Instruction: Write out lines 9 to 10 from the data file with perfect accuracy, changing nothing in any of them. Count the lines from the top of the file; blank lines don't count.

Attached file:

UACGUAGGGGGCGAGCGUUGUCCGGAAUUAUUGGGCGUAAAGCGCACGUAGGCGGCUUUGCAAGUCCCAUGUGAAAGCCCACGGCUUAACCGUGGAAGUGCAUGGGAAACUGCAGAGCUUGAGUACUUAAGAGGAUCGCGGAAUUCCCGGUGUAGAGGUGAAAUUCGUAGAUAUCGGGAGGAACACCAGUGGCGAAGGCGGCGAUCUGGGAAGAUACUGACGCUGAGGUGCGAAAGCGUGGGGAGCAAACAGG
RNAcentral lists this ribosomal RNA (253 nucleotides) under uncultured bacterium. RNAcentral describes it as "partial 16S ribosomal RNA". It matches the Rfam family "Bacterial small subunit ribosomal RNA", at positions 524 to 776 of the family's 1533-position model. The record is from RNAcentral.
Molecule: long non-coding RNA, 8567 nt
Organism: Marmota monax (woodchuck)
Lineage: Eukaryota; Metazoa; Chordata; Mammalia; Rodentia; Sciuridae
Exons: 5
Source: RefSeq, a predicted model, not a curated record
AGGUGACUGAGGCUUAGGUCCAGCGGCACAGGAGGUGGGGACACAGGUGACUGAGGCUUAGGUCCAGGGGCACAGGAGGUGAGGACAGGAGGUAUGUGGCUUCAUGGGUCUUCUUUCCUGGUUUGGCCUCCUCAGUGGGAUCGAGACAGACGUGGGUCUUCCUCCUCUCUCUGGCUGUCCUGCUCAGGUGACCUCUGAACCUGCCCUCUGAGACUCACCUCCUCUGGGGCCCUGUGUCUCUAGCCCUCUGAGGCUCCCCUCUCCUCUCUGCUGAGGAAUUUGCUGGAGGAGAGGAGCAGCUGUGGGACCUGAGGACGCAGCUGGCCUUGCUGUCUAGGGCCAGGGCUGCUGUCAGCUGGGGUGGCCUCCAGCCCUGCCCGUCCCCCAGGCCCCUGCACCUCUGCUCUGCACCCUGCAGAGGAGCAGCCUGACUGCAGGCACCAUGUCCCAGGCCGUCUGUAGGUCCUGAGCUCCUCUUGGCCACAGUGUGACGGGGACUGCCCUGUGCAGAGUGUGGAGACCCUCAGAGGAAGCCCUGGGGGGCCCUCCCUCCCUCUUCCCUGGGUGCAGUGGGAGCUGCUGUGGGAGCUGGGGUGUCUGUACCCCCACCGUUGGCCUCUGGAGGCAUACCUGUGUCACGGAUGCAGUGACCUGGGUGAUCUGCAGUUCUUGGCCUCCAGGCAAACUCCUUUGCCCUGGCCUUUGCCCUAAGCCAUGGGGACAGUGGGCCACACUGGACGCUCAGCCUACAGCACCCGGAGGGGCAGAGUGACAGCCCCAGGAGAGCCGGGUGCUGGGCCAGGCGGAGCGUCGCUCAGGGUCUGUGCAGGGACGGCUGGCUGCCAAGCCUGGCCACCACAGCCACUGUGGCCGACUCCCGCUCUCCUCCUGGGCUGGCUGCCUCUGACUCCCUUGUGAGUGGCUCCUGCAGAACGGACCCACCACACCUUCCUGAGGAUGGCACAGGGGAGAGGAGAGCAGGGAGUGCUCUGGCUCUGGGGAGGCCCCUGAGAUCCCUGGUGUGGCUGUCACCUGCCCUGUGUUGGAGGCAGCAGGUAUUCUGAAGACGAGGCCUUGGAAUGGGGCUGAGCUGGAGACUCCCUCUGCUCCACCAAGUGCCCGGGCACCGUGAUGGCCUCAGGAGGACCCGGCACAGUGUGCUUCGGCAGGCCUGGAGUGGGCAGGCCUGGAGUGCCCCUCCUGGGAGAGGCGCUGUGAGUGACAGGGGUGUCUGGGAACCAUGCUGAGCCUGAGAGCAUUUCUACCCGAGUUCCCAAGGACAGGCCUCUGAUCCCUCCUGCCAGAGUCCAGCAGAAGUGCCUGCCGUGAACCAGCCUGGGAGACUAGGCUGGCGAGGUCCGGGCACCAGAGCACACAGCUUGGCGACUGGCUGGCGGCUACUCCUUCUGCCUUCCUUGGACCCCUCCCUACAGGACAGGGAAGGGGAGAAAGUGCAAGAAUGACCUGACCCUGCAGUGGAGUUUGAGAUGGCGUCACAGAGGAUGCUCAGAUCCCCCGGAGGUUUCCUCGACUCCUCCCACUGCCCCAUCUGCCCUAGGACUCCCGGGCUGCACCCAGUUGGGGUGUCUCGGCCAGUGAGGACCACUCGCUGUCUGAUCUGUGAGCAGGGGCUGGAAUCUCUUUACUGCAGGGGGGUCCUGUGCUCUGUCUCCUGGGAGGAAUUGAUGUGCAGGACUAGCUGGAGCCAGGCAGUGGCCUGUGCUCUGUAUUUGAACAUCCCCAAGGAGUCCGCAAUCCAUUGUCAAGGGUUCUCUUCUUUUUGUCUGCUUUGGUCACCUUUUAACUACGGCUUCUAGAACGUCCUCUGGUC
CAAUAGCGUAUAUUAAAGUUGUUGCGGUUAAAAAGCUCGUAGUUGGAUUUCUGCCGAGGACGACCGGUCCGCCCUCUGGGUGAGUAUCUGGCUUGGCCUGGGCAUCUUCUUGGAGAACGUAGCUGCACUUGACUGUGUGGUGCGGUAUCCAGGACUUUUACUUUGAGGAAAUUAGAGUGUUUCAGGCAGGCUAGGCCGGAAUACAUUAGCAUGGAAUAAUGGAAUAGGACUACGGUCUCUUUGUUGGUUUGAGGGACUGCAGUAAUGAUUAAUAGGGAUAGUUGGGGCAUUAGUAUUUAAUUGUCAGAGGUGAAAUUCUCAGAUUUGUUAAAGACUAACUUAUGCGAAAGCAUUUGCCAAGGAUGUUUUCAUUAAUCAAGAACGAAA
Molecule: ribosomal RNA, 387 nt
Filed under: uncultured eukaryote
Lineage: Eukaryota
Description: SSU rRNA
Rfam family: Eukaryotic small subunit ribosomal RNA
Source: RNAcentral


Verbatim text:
CAAUAGCGUAUAUUAAAGUUGUUGCGGUUAAAAAGCUCGUAGUUGGAUUUCUGCCGAGGACGACCGGUCCGCCCUCUGGGUGAGUAUCUGGCUUGGCCUGGGCAUCUUCUUGGAGAACGUAGCUGCACUUGACUGUGUGGUGCGGUAUCCAGGACUUUUACUUUGAGGAAAUUAGAGUGUUUCAGGCAGGCUAGGCCGGAAUACAUUAGCAUGGAAUAAUGGAAUAGGACUACGGUCUCUUUGUUGGUUUGAGGGACUGCAGUAAUGAUUAAUAGGGAUAGUUGGGGCAUUAGUAUUUAAUUGUCAGAGGUGAAAUUCUCAGAUUUGUUAAAGACUAACUUAUGCGAAAGCAUUUGCCAAGGAUGUUUUCAUUAAUCAAGAACGAAA
Molecule: ribosomal RNA, 387 nt